Ears to ground
Wednesday, 29 April 2015
One evening a few months ago, Ghulam Ali Bloch, a retired bureaucrat turned progressive farmer, who has his roots in remote village Jalla Balla in the suburbs of Sargodha, was finishing up a contract negotiation for buying a piece of land for opening an Ostrich Farm when he realised that a crucial piece of information required to close the deal is missing. He needed to know who had the right to haqq-e shufah (pre-emption). He could only obtain the facts from the central registry of the revenue department.
In order to verify the legal status of a property, including business homes and personal estates, one has to go to the patwari, garedawar, tehsildar and it entails a lengthy and laborious procedure. Historically, getting the required information takes a very long time. But thanks to an old man Mir Thana Khan, a minstrel in the village Jalla Balla, the information was available in his private but very authentic record.
As per his own account the ancestors of Mir Thana came to the village when a Jaskani Bloch tribe migrated from Balochistan in the fifteenth century and inhabited Jalla Balla in the central Punjab. The forefathers of Mir Thana were given the responsibility of keeping an account of lineage in the tribe. How did they keep the record in thosedays? One wonders. During my visit to the village, I along with my friend Ghulam Ali Bloch had an opportunity to meet the frail man whonow walks with the help of a stick and is famous as Baba Thana.
Thana had learnt reading, writing and counting during his four years of schooling. At the ripe age, Thana took over his ancestral job once his father was unable to do the legwork. Knowing my interest he started to reminisce the past, "My father used to remember things like the entire sajra-e-nasab (family tree) by heart. But I started writing them in a register. Than collects information about births, marriages and deaths in the sleepy village of about 400 households and enters them in his record family wise. "Collecting this information is easy because I am invariably present on any event of the village," he explained.
"All my life I have lived in this village," he continued narrating, "I take care of every one and do what ever I can and people of the village look after my family and me. Life in villages in not complicated; no hurry, no fast lane. I help my neighbours and my neighbours help me is the philosophy there. There are no marriage halls or other renting places. Community centres known as Deras are utilised for different functions and congregations. At the time of marriage (or death) the guest of one family are looked after by every one in the village. Hospitality is like one of the religious duty and a cultural landmark, as villagers strongly believe that a guest comes with the blessing of Allah Almighty.
Talking about his chosen pursuit Baba Thana said, "I live on trust. Village folks share their personal secrets with me and even consult me like a family member while deciding the marriages of their children. I have always kept my ears to the ground. I register every bit of information but divulge only what is necessary and when asked. For me each member of the community in Jalla Balla and their relations living elsewhere are equally honourable and they all care for me. I know all those who have relations in our village."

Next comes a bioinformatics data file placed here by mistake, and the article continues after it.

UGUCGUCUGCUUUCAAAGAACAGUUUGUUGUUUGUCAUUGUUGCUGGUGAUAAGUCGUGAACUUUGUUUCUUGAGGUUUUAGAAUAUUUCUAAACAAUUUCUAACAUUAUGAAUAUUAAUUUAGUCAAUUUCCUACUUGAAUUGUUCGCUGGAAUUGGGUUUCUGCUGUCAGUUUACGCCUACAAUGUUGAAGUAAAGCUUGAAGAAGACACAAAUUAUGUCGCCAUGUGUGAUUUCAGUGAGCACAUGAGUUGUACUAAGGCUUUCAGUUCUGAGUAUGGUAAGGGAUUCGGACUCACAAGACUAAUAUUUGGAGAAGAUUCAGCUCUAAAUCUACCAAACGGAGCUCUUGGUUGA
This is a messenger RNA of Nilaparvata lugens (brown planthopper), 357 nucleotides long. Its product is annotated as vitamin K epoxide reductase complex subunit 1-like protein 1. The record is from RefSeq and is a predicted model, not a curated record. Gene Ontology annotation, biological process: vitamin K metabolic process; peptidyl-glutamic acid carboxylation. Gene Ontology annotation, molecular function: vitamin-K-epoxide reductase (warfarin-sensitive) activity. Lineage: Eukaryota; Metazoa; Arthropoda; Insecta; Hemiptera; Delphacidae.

"I still accompany the barats (marriage processions) and before that carry the messages to and fro. But I think have to give up this duty because I am getting old. I am also losing my eyesight and cannot see at night. I have no issue who can carry on what I have been doing for all my like. But I also see things are changing very fast. May be newer generation will need services like mine," thinks Mir Thana.
Interdependence and new demographic trends are gradually changing the outlook of life in villages. Commenting on the current demographic bias Thana Khan said sentimentally, "Anybody who goes to the city does not come back. Gradually they sever their roots with the village." Urbanisation is mainly responsible for the shift, which is changing faces of villages as well as cities. People desert villages in search of largely non-existent jobs in the metropolitan areas, crowding the already congested cities and making urban life more chaotic. This tendency needs to be checked for sustainable living in the future.
Thana Khan has an ascribed status that is very familiar in the simple village society. Talking to such a person is very enlightening and revealing. In general for villagers city life still holds a mystery. While travelling back to the city through endless expanses of waving crops of different shades of colour out of which Jalla Balla surfaces like an islet in an ocean of green, my own memories of once being a village boy came flashing back. How much has changed. But I know I have to return to my own village where I spent my childhood and the next time the stay will be longer. I will live without assessable roads or other civic amenities of this modern age like telephone or the Internet. But I will be close to my roots.
posted by S A J Shirazi @ Wednesday, April 29, 2015,
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